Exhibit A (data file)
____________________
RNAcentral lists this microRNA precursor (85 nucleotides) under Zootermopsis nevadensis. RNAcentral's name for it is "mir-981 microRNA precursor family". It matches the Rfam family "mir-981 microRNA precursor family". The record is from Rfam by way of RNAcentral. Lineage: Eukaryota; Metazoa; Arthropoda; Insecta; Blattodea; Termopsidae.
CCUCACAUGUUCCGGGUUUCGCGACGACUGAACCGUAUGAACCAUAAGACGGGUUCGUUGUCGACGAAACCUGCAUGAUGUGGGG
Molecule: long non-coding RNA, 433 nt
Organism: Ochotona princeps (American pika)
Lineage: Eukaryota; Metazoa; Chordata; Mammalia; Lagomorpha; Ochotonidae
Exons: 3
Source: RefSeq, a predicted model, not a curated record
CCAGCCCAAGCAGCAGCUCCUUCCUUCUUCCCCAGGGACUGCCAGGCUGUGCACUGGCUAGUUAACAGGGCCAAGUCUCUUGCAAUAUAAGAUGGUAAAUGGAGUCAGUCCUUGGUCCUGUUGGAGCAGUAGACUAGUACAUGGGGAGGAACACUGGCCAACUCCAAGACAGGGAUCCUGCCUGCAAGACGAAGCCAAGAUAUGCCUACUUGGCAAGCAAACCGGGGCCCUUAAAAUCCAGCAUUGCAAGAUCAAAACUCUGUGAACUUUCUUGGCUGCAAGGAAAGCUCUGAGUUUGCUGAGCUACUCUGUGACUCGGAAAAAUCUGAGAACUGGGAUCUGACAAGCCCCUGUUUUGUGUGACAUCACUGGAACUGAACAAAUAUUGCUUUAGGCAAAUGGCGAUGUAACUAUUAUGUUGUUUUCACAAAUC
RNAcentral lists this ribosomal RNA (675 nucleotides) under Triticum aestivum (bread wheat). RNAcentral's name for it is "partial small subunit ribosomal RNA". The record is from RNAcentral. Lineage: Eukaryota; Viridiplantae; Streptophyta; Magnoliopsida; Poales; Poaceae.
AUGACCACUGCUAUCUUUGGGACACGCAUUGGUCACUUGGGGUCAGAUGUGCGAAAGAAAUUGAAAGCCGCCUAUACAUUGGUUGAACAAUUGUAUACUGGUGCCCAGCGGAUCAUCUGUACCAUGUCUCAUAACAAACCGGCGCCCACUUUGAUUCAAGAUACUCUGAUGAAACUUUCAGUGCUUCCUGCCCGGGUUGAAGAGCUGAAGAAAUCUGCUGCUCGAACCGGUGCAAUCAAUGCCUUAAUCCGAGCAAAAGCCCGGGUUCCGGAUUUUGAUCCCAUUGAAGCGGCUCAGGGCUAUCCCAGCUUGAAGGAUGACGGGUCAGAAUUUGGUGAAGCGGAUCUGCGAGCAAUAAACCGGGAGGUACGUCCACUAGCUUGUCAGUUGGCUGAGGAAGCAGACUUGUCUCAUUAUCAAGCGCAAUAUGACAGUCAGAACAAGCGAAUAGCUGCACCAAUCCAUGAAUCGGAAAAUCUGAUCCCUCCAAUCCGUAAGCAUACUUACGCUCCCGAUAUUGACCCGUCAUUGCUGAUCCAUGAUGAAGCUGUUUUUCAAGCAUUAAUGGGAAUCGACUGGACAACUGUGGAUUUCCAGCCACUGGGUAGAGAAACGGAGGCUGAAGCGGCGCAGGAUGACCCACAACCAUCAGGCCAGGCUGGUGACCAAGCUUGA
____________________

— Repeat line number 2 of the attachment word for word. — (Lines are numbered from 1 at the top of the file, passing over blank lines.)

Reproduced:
CCUCACAUGUUCCGGGUUUCGCGACGACUGAACCGUAUGAACCAUAAGACGGGUUCGUUGUCGACGAAACCUGCAUGAUGUGGGG